Occupy Wall Street Protests Catch On

By Mike Colpitts

In the midst of the toughest economy since at least the Great Depression, most Americans are just trying to hang on – pay their bills, the mortgage, hold on to their jobs occupy wall street protestor find new employment. The Occupy Wall Street movement that started outside of the New York Stock Exchange on Wall Street has mushroomed to cities across the U.S. and it’s beginning to show that the protests are catching on to make an impact.

As the real estate research firm that forecasted the foreclosure crisis and saw the financial crisis in the offing years before any other firm, we realized that sooner or later a movement like Occupy Wall Street with the 99%’ers would begin the revolution. We just didn’t think it would take this long. Today marks the fourth week since demonstrators appeared on Wall Street in Manhattan.

When the financial crisis nearly caused the economy to melt down more than three years ago, the crisis had just reached its tipping point. The Bush administration at the insistence of Treasury Secretary Hank Paulson bailed-out the banks and financial firms with a mammoth package to “save the economy” from going into an economic depression or so we were told.

See Inside History, and the president who forced Glass-Steagall to become law to protect Americans from bankers.

Whether the U.S. would have gone into a depression will be up for economic scholars to debate, but the toll Wall Street and financial firms, including the nation’s largest banks have taken on the economy is enormous, including an estimated 7.6-million foreclosures so far. Bankers, including Countrywide Mortgage which went out of business as a result and was purchased by Bank of America designed and developed new mortgage products to sell home loans so that anyone who could sign their name would qualify.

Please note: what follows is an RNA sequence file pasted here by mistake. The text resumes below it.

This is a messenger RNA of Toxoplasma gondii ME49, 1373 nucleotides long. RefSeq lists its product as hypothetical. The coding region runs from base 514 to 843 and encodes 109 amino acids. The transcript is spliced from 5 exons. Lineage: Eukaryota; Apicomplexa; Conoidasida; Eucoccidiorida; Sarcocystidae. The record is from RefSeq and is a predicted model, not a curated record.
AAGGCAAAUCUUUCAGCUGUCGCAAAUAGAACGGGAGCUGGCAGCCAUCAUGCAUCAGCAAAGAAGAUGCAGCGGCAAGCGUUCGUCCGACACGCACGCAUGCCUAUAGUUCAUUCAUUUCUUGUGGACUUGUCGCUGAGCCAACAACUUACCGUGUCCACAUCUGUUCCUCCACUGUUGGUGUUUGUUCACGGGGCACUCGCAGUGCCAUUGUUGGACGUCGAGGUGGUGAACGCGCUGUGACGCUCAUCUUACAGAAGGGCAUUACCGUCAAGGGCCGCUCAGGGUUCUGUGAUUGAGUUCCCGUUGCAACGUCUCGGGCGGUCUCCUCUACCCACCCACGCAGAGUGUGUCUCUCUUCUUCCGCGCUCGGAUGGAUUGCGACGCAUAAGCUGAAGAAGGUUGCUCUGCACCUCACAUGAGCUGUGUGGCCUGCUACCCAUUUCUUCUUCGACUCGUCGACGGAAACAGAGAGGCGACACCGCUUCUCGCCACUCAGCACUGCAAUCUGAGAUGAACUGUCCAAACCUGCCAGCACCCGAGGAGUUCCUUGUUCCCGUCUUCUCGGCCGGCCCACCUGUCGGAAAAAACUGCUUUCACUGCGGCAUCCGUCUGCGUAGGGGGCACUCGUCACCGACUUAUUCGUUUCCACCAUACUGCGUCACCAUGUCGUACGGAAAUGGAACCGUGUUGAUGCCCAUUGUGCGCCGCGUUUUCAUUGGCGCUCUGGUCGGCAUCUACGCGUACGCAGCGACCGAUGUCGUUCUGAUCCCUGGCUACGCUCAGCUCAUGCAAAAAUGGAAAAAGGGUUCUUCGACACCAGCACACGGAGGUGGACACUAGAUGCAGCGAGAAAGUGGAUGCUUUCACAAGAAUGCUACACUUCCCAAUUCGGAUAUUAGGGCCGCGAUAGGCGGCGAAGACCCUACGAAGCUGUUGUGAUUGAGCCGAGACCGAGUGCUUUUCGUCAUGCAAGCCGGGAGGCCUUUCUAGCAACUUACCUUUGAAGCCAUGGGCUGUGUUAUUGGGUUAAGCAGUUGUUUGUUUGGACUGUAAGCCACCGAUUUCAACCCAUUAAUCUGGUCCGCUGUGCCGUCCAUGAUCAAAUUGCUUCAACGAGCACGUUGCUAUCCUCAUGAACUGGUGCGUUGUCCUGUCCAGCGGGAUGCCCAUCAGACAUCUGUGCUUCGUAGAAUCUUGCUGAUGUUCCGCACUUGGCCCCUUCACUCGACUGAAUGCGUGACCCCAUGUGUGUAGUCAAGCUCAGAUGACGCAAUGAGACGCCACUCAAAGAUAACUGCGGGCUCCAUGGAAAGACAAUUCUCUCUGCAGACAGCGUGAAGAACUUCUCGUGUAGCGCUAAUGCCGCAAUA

protest in New York

The financial crisis started with the mortgage mess. The banks that sold subprime mortgages and ALT-A loans with as many options to make loan payments as they could muster along with financial firms, shopped for a president to deregulate the Glass-Steagall Act, which was also known as the Banking Act of 1933. They found President Bill Clinton to do the job, who signed the presidential executive order that essentially deregulated some banking activity on the way out of the White House.

Clinton would later regret the move. The law had prohibited commercial banks from taking part in the investment business since the Great Depression when it was enacted under the Roosevelt administration.

In Hyde Park, New York in the quiet rolling hills of the Hudson Valley 91 miles north of Manhattan, a museum is dedicated to President Franklin Roosevelt, where there is a lot to learn from the Great Depression. The Occupy Wall Street movement started as a modest protest in the financial district by young demonstrators opposed to the greed that Wall Street investors amass.

The movement encompasses all sorts of ideas and issues that demonstrators are opposed to but mainly illustrates the need for a system of checks and balances that the forefathers of the U.S. set-up with the Constitution. Corporations have clearly donated billions of dollars to Congressional candidates’ campaign funds in order to buy influence and favors from politicians for their own agendas.

Bankers have done this more aggressively with their lobbyists over the years since working to wipe-out Glass-Steagall. Proposals made by five lawmakers in Congress would reenact Glass-Steagall, but like so many other pieces of legislation is lost in the sea of Congressional abyss.

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